‘Then at sunset in some secret place we shall dance together,’ he said, ‘and after that we have danced thou shall tell me the thing which I desire to know.’

She shook her head. ‘When the moon is full, when the moon is full,’ she muttered. Then she peered all round, and listened. A blue bird rose screaming from its nest and circled over the dunes, and three spotted birds rustled through the coarse grey grass and whistled to each other. There was no other sound save the sound of a wave fretting the smooth pebbles below. So she reached out her hand, and drew him near to her and put her dry lips close to his ear.

‘Tonight thou must come to the top of the mountain,’ she whispered. ‘It is a Sabbath, and He will be there.’

The young Fisherman started and looked at her, and she showed her white teeth and laughed. ‘Who is He of whom thou speak?’ he asked.

‘It matters not,’ she answered. ‘Go thou tonight, and stand under the branches of the hornbeam, and wait for my coming. If a black dog run towards thee, strike it with a rod of willow, and it will go away. If an owl speak to thee, make it no answer. When the moon is full I shall be with thee, and we will dance together on the grass.’

‘But will thou swear to me to tell me how I may send my soul from me?’ he made question.

She moved out into the sunlight, and through her red hair rippled the wind. ‘By the hoofs of the goat I swear it,’ she made answer.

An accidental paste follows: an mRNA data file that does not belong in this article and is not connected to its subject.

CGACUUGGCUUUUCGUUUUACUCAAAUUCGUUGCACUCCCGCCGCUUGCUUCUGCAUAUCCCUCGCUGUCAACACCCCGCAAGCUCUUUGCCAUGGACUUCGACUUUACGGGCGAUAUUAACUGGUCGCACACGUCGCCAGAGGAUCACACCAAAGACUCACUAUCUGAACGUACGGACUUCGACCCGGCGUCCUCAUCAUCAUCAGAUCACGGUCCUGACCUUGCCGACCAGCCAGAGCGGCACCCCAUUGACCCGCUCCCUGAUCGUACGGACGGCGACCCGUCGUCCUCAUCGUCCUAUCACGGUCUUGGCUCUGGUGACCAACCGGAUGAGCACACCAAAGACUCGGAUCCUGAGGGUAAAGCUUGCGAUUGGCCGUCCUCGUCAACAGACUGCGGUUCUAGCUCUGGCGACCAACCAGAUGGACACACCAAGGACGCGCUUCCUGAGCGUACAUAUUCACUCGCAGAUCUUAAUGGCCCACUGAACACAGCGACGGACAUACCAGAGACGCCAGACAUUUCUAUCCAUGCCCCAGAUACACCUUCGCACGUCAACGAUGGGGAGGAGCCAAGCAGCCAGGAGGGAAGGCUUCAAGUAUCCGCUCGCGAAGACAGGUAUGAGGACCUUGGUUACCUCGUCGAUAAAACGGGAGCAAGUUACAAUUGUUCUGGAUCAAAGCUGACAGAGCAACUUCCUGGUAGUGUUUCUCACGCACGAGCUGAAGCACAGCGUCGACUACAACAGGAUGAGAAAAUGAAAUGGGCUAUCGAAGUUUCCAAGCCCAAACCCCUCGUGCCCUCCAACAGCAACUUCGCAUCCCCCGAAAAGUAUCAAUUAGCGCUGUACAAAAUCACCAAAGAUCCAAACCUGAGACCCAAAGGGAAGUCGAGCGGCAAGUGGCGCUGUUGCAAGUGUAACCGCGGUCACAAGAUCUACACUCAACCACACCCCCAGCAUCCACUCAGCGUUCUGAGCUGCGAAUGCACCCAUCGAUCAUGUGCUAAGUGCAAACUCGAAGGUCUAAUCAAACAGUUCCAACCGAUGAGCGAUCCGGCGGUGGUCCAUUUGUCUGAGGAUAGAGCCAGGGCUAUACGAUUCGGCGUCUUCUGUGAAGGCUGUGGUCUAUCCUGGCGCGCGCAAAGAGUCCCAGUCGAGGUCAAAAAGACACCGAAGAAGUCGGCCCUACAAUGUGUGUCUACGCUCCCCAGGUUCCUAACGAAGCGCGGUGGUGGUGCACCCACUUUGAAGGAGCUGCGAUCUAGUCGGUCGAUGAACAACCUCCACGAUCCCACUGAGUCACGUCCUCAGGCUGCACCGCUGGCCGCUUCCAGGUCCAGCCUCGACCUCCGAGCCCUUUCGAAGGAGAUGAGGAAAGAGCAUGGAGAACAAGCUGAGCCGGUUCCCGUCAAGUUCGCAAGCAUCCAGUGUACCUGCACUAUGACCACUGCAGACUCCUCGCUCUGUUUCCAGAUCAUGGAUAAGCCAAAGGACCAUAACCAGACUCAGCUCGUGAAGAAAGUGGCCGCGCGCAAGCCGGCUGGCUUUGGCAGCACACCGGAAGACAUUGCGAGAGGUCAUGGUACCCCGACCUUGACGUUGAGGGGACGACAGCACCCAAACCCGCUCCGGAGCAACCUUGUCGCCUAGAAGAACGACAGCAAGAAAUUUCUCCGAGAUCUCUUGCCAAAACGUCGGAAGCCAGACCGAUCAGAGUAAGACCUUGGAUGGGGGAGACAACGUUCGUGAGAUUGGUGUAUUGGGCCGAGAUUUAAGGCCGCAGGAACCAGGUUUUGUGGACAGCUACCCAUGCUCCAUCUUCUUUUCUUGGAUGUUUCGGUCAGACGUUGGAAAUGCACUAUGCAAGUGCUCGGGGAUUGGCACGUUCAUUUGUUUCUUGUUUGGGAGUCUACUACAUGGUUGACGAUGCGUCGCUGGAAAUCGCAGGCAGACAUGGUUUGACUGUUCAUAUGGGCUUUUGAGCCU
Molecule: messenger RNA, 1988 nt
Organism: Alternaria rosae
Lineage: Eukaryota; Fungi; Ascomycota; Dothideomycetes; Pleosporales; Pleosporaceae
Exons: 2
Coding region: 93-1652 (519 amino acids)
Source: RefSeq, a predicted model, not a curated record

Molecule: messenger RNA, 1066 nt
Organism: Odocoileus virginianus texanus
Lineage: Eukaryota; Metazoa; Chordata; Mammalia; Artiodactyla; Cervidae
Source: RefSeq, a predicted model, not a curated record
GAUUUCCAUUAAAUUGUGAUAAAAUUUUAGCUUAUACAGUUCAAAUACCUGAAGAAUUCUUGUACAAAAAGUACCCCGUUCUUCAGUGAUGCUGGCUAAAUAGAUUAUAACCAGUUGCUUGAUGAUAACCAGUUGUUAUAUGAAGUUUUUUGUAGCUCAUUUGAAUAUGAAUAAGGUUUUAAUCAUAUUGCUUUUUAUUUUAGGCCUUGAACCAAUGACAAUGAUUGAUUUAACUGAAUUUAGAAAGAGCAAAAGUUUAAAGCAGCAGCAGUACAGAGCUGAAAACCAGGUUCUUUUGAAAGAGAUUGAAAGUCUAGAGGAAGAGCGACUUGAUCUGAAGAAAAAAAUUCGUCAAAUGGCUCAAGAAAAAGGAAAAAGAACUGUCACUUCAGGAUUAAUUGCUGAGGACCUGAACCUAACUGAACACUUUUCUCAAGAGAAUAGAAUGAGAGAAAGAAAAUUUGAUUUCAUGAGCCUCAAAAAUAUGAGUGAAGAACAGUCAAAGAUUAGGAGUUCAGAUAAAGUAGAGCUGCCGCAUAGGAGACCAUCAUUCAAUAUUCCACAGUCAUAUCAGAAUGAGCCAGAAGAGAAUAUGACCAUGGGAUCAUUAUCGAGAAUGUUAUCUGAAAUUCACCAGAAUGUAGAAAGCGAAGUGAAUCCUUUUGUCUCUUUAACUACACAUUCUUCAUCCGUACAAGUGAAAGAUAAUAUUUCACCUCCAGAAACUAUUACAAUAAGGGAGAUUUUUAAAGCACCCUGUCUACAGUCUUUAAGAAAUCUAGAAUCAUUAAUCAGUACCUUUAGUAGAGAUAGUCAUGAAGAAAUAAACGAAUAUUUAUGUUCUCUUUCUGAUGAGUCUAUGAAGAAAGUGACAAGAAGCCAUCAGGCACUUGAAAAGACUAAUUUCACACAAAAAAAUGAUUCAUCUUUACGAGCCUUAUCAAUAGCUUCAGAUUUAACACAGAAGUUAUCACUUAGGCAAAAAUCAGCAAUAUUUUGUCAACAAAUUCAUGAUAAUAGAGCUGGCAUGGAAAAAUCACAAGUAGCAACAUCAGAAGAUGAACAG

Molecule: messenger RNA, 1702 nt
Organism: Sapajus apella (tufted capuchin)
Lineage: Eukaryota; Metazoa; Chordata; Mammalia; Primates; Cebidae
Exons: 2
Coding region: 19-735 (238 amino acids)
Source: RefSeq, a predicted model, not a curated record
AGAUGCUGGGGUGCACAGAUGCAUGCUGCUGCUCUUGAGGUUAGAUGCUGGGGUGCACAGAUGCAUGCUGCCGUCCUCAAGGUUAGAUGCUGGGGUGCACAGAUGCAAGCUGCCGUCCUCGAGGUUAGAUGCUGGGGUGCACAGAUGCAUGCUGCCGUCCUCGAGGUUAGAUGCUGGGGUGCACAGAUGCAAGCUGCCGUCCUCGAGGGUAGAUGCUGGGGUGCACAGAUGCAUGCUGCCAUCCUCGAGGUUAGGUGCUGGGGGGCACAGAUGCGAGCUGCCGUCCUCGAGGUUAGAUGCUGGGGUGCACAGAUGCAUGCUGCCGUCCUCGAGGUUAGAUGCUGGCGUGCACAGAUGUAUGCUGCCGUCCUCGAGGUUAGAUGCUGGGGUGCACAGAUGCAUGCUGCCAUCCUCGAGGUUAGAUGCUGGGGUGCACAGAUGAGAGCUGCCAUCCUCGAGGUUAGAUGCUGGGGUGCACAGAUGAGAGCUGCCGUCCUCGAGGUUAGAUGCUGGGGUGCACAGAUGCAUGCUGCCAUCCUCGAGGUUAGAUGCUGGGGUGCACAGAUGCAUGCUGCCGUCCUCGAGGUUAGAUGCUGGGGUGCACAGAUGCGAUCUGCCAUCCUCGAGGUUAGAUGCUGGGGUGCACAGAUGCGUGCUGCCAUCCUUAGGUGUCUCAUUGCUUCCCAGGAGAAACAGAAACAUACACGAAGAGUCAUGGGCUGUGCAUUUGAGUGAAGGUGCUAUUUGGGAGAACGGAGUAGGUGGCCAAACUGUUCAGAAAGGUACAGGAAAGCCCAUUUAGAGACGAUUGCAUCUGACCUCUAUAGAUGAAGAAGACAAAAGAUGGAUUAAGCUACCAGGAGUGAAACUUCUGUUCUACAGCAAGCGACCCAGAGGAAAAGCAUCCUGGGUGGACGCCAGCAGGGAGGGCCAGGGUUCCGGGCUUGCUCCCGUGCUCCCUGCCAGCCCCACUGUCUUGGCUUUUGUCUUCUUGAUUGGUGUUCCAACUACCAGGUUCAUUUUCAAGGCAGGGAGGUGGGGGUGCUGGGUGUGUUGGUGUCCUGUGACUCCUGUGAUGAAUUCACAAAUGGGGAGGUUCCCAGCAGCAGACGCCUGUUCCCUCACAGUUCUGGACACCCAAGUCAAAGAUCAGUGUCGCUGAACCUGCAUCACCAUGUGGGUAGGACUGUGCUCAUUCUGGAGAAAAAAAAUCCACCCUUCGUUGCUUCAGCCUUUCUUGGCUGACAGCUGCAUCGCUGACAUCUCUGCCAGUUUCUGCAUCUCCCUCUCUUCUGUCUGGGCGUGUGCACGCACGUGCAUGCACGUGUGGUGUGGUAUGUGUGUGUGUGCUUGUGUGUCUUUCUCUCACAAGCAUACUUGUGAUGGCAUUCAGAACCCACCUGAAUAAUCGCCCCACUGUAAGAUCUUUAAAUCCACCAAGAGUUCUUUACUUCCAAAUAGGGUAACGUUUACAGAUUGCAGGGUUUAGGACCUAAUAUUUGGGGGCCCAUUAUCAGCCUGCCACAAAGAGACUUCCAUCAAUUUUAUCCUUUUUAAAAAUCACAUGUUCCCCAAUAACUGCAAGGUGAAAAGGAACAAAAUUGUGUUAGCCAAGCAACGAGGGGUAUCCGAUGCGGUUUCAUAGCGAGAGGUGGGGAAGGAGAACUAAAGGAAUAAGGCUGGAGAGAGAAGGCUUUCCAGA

Thou are the best of the witches,’ cried the young Fisherman, ‘and I will surely dance with thee tonight on the top of the mountain. I would indeed that thou had asked of me either gold or silver. But such as thy price is thou shall have it, for it is but a little thing.’ And he doffed his cap to her, and bent his head low, and ran back to the town filled with a great joy.

And the Witch watched him as he went, and when he had passed from her sight she entered her cave, and having taken a mirror from a box of carved cedarwood, she set it up on a frame, and burned vervain on lighted charcoal before it, and peered through the coils of the smoke. And after a time she clenched her hands in anger. ‘He should have been mine,’ she muttered, ‘I am as fair as she is.’

The End of Part 4

Читать продолжение истории Оскара Уайльда «Рыбак и его душа» на странице 5